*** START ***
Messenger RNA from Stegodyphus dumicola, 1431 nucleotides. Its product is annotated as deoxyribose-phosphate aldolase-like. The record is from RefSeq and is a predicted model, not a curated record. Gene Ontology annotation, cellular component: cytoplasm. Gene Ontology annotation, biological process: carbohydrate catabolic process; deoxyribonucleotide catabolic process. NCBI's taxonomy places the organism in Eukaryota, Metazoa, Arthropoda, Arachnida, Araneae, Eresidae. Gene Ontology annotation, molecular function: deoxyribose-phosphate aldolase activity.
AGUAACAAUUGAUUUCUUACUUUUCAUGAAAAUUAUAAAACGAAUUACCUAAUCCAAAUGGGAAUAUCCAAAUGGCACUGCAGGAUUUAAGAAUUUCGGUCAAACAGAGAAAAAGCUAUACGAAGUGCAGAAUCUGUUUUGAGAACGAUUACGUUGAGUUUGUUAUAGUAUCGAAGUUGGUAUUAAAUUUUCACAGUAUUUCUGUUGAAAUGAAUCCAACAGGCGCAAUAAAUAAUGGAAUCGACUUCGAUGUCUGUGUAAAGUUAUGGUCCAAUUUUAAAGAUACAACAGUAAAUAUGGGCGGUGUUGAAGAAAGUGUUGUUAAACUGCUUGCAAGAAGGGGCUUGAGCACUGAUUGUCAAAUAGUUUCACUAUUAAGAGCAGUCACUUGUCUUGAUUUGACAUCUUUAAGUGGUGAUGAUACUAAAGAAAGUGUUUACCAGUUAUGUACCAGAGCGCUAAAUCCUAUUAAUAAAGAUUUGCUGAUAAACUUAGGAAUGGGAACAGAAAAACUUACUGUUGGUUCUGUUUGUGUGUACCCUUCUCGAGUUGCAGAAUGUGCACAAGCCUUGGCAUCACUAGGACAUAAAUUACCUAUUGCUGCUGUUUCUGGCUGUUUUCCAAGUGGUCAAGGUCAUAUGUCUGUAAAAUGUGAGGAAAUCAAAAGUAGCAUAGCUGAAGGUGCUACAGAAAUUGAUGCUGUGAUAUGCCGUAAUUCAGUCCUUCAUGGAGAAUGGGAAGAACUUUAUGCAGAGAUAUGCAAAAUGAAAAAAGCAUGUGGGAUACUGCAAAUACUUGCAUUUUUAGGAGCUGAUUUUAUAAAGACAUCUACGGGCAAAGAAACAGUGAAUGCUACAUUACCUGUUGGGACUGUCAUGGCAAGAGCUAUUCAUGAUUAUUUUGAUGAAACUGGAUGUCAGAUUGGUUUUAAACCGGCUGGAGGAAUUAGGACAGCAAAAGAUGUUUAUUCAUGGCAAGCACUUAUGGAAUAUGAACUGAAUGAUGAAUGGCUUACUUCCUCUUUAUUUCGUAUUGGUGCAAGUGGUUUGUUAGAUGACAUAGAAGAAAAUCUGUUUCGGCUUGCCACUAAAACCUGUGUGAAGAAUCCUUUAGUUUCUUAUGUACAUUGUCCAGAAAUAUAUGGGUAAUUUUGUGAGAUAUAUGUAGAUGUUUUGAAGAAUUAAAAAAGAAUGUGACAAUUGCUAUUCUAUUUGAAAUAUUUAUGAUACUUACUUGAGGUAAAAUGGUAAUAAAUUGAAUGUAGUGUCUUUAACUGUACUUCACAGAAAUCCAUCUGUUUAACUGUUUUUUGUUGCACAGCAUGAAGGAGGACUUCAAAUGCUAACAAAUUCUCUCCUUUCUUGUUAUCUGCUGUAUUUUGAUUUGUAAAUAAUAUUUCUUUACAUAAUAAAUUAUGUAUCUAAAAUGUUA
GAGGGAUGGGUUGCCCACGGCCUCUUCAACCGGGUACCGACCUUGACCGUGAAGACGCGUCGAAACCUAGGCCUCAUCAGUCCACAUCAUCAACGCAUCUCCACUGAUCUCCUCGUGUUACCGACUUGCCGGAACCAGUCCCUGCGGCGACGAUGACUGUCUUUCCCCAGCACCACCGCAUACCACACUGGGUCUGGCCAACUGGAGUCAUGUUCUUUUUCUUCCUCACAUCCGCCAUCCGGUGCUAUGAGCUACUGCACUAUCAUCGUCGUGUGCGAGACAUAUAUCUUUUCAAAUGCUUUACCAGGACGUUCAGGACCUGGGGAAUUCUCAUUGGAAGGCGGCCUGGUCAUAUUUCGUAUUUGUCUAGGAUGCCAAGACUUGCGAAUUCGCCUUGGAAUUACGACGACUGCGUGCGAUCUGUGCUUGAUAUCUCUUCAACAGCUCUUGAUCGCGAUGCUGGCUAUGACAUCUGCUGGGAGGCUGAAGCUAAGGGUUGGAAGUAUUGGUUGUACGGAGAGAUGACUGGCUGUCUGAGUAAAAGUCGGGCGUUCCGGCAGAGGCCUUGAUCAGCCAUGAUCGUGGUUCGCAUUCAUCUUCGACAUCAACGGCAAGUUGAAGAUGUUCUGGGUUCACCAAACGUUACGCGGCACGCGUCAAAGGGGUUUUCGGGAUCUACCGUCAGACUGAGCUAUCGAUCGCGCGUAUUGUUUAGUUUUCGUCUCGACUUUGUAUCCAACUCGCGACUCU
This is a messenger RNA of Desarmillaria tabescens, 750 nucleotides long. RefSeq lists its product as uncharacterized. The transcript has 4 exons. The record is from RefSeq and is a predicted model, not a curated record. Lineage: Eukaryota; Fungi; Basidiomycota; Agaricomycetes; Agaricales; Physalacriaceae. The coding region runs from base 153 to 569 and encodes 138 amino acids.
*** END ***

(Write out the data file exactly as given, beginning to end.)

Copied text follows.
Messenger RNA from Stegodyphus dumicola, 1431 nucleotides. Its product is annotated as deoxyribose-phosphate aldolase-like. The record is from RefSeq and is a predicted model, not a curated record. Gene Ontology annotation, cellular component: cytoplasm. Gene Ontology annotation, biological process: carbohydrate catabolic process; deoxyribonucleotide catabolic process. NCBI's taxonomy places the organism in Eukaryota, Metazoa, Arthropoda, Arachnida, Araneae, Eresidae. Gene Ontology annotation, molecular function: deoxyribose-phosphate aldolase activity.
AGUAACAAUUGAUUUCUUACUUUUCAUGAAAAUUAUAAAACGAAUUACCUAAUCCAAAUGGGAAUAUCCAAAUGGCACUGCAGGAUUUAAGAAUUUCGGUCAAACAGAGAAAAAGCUAUACGAAGUGCAGAAUCUGUUUUGAGAACGAUUACGUUGAGUUUGUUAUAGUAUCGAAGUUGGUAUUAAAUUUUCACAGUAUUUCUGUUGAAAUGAAUCCAACAGGCGCAAUAAAUAAUGGAAUCGACUUCGAUGUCUGUGUAAAGUUAUGGUCCAAUUUUAAAGAUACAACAGUAAAUAUGGGCGGUGUUGAAGAAAGUGUUGUUAAACUGCUUGCAAGAAGGGGCUUGAGCACUGAUUGUCAAAUAGUUUCACUAUUAAGAGCAGUCACUUGUCUUGAUUUGACAUCUUUAAGUGGUGAUGAUACUAAAGAAAGUGUUUACCAGUUAUGUACCAGAGCGCUAAAUCCUAUUAAUAAAGAUUUGCUGAUAAACUUAGGAAUGGGAACAGAAAAACUUACUGUUGGUUCUGUUUGUGUGUACCCUUCUCGAGUUGCAGAAUGUGCACAAGCCUUGGCAUCACUAGGACAUAAAUUACCUAUUGCUGCUGUUUCUGGCUGUUUUCCAAGUGGUCAAGGUCAUAUGUCUGUAAAAUGUGAGGAAAUCAAAAGUAGCAUAGCUGAAGGUGCUACAGAAAUUGAUGCUGUGAUAUGCCGUAAUUCAGUCCUUCAUGGAGAAUGGGAAGAACUUUAUGCAGAGAUAUGCAAAAUGAAAAAAGCAUGUGGGAUACUGCAAAUACUUGCAUUUUUAGGAGCUGAUUUUAUAAAGACAUCUACGGGCAAAGAAACAGUGAAUGCUACAUUACCUGUUGGGACUGUCAUGGCAAGAGCUAUUCAUGAUUAUUUUGAUGAAACUGGAUGUCAGAUUGGUUUUAAACCGGCUGGAGGAAUUAGGACAGCAAAAGAUGUUUAUUCAUGGCAAGCACUUAUGGAAUAUGAACUGAAUGAUGAAUGGCUUACUUCCUCUUUAUUUCGUAUUGGUGCAAGUGGUUUGUUAGAUGACAUAGAAGAAAAUCUGUUUCGGCUUGCCACUAAAACCUGUGUGAAGAAUCCUUUAGUUUCUUAUGUACAUUGUCCAGAAAUAUAUGGGUAAUUUUGUGAGAUAUAUGUAGAUGUUUUGAAGAAUUAAAAAAGAAUGUGACAAUUGCUAUUCUAUUUGAAAUAUUUAUGAUACUUACUUGAGGUAAAAUGGUAAUAAAUUGAAUGUAGUGUCUUUAACUGUACUUCACAGAAAUCCAUCUGUUUAACUGUUUUUUGUUGCACAGCAUGAAGGAGGACUUCAAAUGCUAACAAAUUCUCUCCUUUCUUGUUAUCUGCUGUAUUUUGAUUUGUAAAUAAUAUUUCUUUACAUAAUAAAUUAUGUAUCUAAAAUGUUA
GAGGGAUGGGUUGCCCACGGCCUCUUCAACCGGGUACCGACCUUGACCGUGAAGACGCGUCGAAACCUAGGCCUCAUCAGUCCACAUCAUCAACGCAUCUCCACUGAUCUCCUCGUGUUACCGACUUGCCGGAACCAGUCCCUGCGGCGACGAUGACUGUCUUUCCCCAGCACCACCGCAUACCACACUGGGUCUGGCCAACUGGAGUCAUGUUCUUUUUCUUCCUCACAUCCGCCAUCCGGUGCUAUGAGCUACUGCACUAUCAUCGUCGUGUGCGAGACAUAUAUCUUUUCAAAUGCUUUACCAGGACGUUCAGGACCUGGGGAAUUCUCAUUGGAAGGCGGCCUGGUCAUAUUUCGUAUUUGUCUAGGAUGCCAAGACUUGCGAAUUCGCCUUGGAAUUACGACGACUGCGUGCGAUCUGUGCUUGAUAUCUCUUCAACAGCUCUUGAUCGCGAUGCUGGCUAUGACAUCUGCUGGGAGGCUGAAGCUAAGGGUUGGAAGUAUUGGUUGUACGGAGAGAUGACUGGCUGUCUGAGUAAAAGUCGGGCGUUCCGGCAGAGGCCUUGAUCAGCCAUGAUCGUGGUUCGCAUUCAUCUUCGACAUCAACGGCAAGUUGAAGAUGUUCUGGGUUCACCAAACGUUACGCGGCACGCGUCAAAGGGGUUUUCGGGAUCUACCGUCAGACUGAGCUAUCGAUCGCGCGUAUUGUUUAGUUUUCGUCUCGACUUUGUAUCCAACUCGCGACUCU
This is a messenger RNA of Desarmillaria tabescens, 750 nucleotides long. RefSeq lists its product as uncharacterized. The transcript has 4 exons. The record is from RefSeq and is a predicted model, not a curated record. Lineage: Eukaryota; Fungi; Basidiomycota; Agaricomycetes; Agaricales; Physalacriaceae. The coding region runs from base 153 to 569 and encodes 138 amino acids.